The make-or-break date of the autumn for Erdem Moralioğlu does not fall during fashion week. That is set for 2 November when his collaboration with H&M goes on sale. A hit on the high street will boost the profile and brand awareness of Erdem, as his label is known, more than any catwalk show ever could.
But Monday’s catwalk show was nonetheless significant for the young London-based designer. It offered a moment for the industry to assess Erdem’s form as Moralioğlu approaches the biggest hurdle of his career so far, and it was a test he passed with flying colours.
H&M collaborations are hugely popular for the opportunity they offer to buy the kind of recognisably special clothes that usually come with prohibitive price tags.
Almost every piece in this collection had wow factor in spades.
Erdem’s aesthetic is grown up and decidedly formal, which makes his high street hookup intriguing. His signature party dresses are gowns, rather than frocks. His clothes tend to have below-the-knee hemlines and, often, long slim sleeves, for an elegant line. He favours deep colours and fabrics stiffened with rich embellishment. He has a poetic, cinematic approach to fashion, fleshing every collection with a fully imagined backstory.
Having the mass consumer in his sights has not prompted Erdem to dumb down his modus operandi. This collection suggested he intends to use the H&M spotlight as Matthew Williamson, in 2009, and Isabel Marant, in 2013, did before him, to showcase an offbeat aesthetic to a wider audience.
The creation myth of this collection was a meeting between the Queen and Duke Ellington, which took place in Leeds in 1958. The encounter really happened – a photograph of the white-gloved young queen and tailcoated musician was reproduced on a board backstage at this show – and for Erdem it provided a jumping-off point for a collection that gave a late-night, jazz club twist to formal, decorous clothes.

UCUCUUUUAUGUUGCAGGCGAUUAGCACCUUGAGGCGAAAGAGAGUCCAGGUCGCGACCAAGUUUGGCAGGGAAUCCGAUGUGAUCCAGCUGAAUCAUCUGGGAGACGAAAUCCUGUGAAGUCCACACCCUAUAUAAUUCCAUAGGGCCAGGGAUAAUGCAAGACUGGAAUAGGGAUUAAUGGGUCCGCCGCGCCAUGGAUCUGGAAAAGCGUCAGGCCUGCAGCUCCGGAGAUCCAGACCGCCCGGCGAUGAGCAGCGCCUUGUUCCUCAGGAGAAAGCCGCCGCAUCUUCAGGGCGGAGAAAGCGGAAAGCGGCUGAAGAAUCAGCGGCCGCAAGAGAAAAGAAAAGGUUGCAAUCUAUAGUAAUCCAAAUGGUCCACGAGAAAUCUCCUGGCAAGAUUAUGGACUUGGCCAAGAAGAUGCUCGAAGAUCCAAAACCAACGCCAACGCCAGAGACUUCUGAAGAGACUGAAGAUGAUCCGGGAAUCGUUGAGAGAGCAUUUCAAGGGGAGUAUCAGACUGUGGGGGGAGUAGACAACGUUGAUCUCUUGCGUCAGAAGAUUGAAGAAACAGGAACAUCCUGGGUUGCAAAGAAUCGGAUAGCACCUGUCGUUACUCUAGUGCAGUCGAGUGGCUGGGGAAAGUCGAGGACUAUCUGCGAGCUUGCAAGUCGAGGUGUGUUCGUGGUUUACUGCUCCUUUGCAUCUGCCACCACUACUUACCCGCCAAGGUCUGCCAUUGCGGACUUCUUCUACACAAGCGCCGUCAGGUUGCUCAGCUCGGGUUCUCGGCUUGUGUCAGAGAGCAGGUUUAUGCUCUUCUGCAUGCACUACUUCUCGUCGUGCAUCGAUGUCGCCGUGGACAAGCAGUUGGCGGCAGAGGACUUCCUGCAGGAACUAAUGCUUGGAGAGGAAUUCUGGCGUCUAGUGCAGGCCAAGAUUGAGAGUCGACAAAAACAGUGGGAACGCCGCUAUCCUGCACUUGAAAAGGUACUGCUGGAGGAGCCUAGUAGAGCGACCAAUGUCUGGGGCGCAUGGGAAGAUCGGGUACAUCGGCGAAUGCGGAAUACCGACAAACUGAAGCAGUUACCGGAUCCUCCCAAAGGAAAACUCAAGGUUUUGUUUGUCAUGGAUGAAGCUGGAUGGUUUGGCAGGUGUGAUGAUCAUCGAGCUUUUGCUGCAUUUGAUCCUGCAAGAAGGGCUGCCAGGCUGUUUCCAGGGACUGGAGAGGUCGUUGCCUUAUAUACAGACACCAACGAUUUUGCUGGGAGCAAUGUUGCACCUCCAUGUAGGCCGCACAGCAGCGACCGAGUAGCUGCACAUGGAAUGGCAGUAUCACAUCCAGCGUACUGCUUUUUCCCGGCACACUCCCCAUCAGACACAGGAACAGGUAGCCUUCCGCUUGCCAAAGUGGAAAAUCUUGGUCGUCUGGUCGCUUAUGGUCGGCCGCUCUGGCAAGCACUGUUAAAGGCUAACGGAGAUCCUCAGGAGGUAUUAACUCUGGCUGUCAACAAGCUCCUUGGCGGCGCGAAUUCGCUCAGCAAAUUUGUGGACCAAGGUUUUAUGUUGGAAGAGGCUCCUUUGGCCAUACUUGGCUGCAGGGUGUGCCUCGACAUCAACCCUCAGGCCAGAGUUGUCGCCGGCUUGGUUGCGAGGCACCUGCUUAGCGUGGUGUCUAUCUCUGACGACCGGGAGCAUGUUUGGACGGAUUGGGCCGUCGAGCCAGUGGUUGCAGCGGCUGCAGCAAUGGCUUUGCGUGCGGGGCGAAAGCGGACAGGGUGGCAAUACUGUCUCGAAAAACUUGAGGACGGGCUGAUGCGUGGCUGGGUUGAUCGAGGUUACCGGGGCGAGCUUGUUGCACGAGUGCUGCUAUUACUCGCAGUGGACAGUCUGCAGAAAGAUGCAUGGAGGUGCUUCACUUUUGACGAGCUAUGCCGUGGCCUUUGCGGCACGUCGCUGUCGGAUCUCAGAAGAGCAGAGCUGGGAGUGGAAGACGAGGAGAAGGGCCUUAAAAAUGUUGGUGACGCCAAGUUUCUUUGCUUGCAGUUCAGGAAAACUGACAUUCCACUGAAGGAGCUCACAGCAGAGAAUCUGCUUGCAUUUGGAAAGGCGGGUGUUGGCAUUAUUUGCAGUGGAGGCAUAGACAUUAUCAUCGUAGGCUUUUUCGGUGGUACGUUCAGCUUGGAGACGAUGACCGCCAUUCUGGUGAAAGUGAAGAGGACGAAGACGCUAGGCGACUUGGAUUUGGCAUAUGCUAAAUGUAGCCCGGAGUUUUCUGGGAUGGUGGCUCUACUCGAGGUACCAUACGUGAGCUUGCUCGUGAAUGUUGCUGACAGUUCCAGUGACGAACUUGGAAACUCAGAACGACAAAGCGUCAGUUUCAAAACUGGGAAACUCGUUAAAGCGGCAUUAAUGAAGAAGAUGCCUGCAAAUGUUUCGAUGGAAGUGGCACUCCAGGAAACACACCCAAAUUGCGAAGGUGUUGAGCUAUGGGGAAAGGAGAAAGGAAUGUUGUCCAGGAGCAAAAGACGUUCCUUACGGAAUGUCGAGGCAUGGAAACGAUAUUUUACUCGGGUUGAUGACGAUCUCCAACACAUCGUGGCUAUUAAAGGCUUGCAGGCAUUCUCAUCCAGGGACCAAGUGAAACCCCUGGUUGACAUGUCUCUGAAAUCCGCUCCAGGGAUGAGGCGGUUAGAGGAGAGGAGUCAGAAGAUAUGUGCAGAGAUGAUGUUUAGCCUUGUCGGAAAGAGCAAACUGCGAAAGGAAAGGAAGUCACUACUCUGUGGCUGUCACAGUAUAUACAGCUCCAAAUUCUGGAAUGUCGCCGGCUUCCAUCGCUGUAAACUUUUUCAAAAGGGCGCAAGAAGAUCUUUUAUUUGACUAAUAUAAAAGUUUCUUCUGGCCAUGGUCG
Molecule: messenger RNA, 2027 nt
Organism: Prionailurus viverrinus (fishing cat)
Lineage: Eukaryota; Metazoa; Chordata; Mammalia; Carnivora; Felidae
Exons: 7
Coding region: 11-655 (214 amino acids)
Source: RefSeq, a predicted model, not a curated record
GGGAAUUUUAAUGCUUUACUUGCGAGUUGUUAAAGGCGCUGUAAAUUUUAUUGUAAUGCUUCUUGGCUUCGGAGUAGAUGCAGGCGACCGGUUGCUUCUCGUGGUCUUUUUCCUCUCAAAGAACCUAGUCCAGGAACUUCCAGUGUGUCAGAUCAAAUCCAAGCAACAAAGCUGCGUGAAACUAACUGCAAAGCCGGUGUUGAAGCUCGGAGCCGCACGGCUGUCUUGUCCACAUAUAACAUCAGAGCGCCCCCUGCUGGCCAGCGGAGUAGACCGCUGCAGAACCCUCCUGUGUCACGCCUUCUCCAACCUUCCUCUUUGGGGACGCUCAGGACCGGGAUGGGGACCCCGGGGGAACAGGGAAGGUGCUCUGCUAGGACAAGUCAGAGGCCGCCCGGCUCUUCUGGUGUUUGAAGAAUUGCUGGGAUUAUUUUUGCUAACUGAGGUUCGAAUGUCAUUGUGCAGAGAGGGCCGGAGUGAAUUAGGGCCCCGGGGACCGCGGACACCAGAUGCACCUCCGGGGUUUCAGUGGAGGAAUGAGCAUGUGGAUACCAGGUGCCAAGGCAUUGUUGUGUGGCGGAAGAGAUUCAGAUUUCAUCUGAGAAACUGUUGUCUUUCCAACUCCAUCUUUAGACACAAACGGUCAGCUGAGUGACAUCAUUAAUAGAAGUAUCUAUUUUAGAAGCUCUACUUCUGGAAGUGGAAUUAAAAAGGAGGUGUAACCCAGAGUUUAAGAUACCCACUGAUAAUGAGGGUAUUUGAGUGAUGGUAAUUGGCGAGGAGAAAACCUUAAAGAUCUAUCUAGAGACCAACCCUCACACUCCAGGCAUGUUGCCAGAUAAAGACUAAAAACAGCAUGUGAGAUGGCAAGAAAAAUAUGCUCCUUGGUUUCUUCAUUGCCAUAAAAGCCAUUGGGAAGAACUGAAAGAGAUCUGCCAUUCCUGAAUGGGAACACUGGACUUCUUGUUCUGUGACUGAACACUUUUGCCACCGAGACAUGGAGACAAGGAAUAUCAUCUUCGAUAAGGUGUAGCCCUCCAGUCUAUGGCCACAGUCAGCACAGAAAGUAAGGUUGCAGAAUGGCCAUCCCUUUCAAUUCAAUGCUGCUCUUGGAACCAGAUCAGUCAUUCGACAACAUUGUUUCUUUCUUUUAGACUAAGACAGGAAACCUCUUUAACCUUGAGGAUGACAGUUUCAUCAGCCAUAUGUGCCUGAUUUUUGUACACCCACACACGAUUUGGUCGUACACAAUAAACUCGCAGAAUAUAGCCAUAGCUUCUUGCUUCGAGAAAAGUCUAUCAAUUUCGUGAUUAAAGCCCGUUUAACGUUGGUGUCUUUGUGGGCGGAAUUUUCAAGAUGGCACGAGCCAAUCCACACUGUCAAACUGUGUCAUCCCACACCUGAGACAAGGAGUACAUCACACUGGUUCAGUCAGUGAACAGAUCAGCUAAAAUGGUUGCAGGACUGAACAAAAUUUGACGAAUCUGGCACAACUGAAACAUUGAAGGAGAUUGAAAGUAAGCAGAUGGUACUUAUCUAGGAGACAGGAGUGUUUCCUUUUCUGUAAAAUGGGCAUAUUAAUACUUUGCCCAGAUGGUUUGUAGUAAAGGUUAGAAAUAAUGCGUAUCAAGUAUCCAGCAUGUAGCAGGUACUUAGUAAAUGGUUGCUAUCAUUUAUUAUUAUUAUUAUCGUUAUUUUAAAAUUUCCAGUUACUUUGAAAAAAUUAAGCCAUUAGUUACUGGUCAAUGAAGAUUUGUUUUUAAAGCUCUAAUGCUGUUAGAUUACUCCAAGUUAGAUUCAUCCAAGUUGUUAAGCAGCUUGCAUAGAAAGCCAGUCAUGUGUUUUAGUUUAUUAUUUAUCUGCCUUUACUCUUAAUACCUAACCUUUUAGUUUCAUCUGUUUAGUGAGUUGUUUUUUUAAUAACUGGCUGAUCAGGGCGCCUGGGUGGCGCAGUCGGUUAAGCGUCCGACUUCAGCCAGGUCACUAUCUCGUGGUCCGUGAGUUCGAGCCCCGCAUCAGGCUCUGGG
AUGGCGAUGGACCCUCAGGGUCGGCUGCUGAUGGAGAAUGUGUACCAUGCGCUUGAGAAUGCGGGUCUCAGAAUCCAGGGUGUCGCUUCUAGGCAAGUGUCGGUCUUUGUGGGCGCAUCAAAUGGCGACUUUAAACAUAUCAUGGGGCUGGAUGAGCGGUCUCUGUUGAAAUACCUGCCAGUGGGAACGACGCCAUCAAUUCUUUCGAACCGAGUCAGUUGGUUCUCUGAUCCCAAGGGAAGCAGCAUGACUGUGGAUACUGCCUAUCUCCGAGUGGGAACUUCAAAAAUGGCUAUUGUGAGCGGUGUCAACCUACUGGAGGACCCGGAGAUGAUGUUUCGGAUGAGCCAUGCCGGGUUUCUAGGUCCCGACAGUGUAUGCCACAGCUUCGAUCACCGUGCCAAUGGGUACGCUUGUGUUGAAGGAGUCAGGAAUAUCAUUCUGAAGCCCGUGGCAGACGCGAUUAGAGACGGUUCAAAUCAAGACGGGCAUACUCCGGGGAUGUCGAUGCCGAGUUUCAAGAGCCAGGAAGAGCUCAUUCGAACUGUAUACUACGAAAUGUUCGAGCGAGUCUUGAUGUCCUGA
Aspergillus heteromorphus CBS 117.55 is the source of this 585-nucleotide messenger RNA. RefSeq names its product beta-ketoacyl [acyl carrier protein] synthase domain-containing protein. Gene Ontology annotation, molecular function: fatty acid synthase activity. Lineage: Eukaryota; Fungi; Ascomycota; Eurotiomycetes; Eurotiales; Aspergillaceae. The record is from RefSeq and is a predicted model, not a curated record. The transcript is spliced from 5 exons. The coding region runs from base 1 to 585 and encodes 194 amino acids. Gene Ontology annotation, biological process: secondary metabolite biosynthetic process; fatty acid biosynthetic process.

So enamoured was Duke Ellington on meeting the Queen he announced on the spot that he intended to write a piece of music for her. “Isn’t that just a beautiful gesture? And apparently her words to him on parting were: ‘I’ll be listening,’” recounted the designer after the show. “I love the idea that they made that connection between their worlds.”
This collection showed a sexier side to the Erdem look, thanks to portrait necklines that bared models’ necks and shoulders, a contrast to the high-necked Victoriana he has become associated with. Images on the backstage moodboard drew parallels between the sweetheart necklines of couture gowns worn by the Queen in formal 50s portraits and the elegant strapless dresses worn by Billie Holiday on stage and by Dorothy Dandridge, the first black woman to be nominated for a best actress Oscar. “I started thinking, what if the Queen had gone to New York? Or, what if Dorothy Dandridge had come to Buckingham Palace? I mean, what might she have worn?” said the designer after his show.
The ballroom-sized ghost floor that languishes behind closed doors on the top floor of Selfridges was reinvented for the show as a jazz club, after hours. The catwalk meandered between salt-licked martini glasses discarded under fringed lamps, a grand piano half hidden under a dust sheet and chairs stacked in readiness for the floor sweeper. The models were dressed for their society portraits, with long gloves and heirloom jewels, ringlets ponytailed with grosgrain ribbon bows. There were grand opera coats in emerald brocade and shapely tailored pieces in heritage tweeds.
But the heart of the collection was in showstopper dresses that looked to have walked out of a Cecil Beaton photograph: shimmering pastel yellow and lush rose pinks, carefully ornamented with ribbon epaulettes and pearl edging.